– Concord (N.H.) Monitor, July 1, 2013
A recent report from the Kaiser Family Foundation states that children spend an average of seven and a half hours each day staring at a screen, whether it’s a television, a computer or some other electronic gadget. That’s up 20 percent from just five years ago.
Meanwhile, over the past decade the number of children diagnosed with attention deficit hyperactivity disorder has surged by over 50 percent. And in the last six years that rate has jumped about 15 percent, to 6 million children, according to the Centers for Disease Control and Prevention.
While it’s hard to prove a direct correlation between these two trends, experts say the strong parallels between the upswing in diagnoses and an increase of screen time are hard to ignore.
Children and young adults who overdo TV and video games are nearly twice as likely to suffer from a variety of attention span disorders, according to a study in the journal Pediatrics cited by Mobiledia.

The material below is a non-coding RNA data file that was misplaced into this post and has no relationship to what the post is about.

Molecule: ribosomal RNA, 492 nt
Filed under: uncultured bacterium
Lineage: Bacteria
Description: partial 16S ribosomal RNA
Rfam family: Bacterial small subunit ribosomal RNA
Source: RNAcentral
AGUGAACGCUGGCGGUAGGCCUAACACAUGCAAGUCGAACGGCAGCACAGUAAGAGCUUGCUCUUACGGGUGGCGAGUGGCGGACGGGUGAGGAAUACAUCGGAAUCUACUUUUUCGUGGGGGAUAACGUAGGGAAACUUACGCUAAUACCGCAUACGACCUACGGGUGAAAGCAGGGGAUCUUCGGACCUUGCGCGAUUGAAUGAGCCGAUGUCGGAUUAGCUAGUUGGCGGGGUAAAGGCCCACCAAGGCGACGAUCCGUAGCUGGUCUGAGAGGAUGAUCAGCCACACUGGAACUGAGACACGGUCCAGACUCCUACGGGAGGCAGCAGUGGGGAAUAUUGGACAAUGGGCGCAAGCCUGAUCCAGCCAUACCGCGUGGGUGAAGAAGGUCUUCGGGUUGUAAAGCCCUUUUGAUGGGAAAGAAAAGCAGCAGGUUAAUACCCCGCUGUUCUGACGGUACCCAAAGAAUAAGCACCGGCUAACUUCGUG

Some experts think the growing attachment to our gadgets is part of the solution. “Maybe the kids’ focus on games could be used to draw them out as a way of developing social skills,” said Stephen Shore, author of “Beyond the Wall: Personal Experiences with Autism and Asperger Syndrome” and a professor of special education at Adelphi University.
Rather than look at the issue as a problem, Shore believes we need to view it as a challenge. “These games are compelling to the kids, and instead of battling to eliminate them, we could use them to actually develop social skills.”
Then again, there’s something to be said for leaving the gadgets behind every so often, even if just for a little while, so we can slow down a bit, reconnect with friends and family on a more personal level, and rediscover the wonders of our own brain power. Both kids and adults alike would benefit from that downtime.